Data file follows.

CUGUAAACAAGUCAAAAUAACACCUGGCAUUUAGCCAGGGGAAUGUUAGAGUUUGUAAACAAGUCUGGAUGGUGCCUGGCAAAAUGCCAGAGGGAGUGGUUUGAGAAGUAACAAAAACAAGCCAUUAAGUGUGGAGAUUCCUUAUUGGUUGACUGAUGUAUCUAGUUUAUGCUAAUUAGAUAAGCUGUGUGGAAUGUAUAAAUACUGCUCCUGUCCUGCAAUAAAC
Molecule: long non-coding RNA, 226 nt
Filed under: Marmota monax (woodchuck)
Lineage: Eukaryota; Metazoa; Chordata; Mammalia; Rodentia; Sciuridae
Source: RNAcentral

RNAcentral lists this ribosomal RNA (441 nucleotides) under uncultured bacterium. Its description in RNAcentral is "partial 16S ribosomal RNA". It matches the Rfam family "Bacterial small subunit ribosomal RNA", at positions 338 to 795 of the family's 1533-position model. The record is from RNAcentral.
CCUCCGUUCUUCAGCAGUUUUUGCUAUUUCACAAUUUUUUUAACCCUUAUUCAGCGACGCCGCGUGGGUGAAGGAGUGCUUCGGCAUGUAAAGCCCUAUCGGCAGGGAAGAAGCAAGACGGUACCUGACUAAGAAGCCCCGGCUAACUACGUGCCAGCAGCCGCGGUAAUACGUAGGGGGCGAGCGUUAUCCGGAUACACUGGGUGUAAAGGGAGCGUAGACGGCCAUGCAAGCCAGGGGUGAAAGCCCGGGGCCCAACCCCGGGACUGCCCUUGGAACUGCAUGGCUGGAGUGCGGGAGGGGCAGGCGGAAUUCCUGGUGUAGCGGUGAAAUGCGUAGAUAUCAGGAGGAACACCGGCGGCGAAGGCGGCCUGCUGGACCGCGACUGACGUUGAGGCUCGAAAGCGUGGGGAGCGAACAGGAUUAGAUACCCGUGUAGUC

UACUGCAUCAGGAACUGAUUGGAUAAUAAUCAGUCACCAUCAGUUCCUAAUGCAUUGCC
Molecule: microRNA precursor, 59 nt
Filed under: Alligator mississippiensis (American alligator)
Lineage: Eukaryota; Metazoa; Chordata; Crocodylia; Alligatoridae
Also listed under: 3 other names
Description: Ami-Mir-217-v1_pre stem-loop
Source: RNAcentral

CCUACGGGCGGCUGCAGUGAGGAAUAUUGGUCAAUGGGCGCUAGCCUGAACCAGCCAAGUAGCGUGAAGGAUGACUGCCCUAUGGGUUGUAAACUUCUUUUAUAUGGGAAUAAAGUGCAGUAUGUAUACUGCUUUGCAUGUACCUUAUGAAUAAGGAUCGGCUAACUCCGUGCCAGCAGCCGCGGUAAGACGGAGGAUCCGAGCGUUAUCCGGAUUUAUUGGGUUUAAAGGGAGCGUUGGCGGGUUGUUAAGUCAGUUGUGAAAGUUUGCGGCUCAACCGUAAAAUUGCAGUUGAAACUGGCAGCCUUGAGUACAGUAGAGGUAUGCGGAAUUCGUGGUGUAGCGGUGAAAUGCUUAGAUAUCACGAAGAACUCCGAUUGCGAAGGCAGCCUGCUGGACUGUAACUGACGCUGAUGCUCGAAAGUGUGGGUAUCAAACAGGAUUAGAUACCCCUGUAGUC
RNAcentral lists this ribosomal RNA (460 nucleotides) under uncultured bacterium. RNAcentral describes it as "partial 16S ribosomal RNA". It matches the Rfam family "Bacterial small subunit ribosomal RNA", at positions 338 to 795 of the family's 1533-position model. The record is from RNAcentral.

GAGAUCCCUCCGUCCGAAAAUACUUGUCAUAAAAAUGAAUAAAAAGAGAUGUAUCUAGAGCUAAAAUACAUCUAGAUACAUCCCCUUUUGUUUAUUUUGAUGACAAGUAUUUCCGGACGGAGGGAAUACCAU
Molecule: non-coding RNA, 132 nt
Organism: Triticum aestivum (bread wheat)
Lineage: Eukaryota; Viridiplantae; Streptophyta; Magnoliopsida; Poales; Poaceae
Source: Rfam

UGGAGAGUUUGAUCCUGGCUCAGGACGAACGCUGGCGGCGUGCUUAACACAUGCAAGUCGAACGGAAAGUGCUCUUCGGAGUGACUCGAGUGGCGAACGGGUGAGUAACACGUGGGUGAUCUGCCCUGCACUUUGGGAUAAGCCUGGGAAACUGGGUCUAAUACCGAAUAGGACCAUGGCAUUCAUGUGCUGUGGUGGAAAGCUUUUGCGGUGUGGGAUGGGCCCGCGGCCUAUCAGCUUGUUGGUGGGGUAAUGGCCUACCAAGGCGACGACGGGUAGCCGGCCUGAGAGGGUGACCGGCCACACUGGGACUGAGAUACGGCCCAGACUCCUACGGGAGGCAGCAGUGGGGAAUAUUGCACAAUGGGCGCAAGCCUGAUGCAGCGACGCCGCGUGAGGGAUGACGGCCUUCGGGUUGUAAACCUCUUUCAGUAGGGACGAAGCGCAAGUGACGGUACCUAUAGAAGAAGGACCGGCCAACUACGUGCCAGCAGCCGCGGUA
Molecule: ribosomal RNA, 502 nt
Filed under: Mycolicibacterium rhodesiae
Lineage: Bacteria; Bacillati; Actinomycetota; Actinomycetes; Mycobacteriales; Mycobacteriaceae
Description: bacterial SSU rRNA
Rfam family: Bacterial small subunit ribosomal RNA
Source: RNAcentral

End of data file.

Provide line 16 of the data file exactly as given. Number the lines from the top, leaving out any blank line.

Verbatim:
RNAcentral lists this ribosomal RNA (460 nucleotides) under uncultured bacterium. RNAcentral describes it as "partial 16S ribosomal RNA". It matches the Rfam family "Bacterial small subunit ribosomal RNA", at positions 338 to 795 of the family's 1533-position model. The record is from RNAcentral.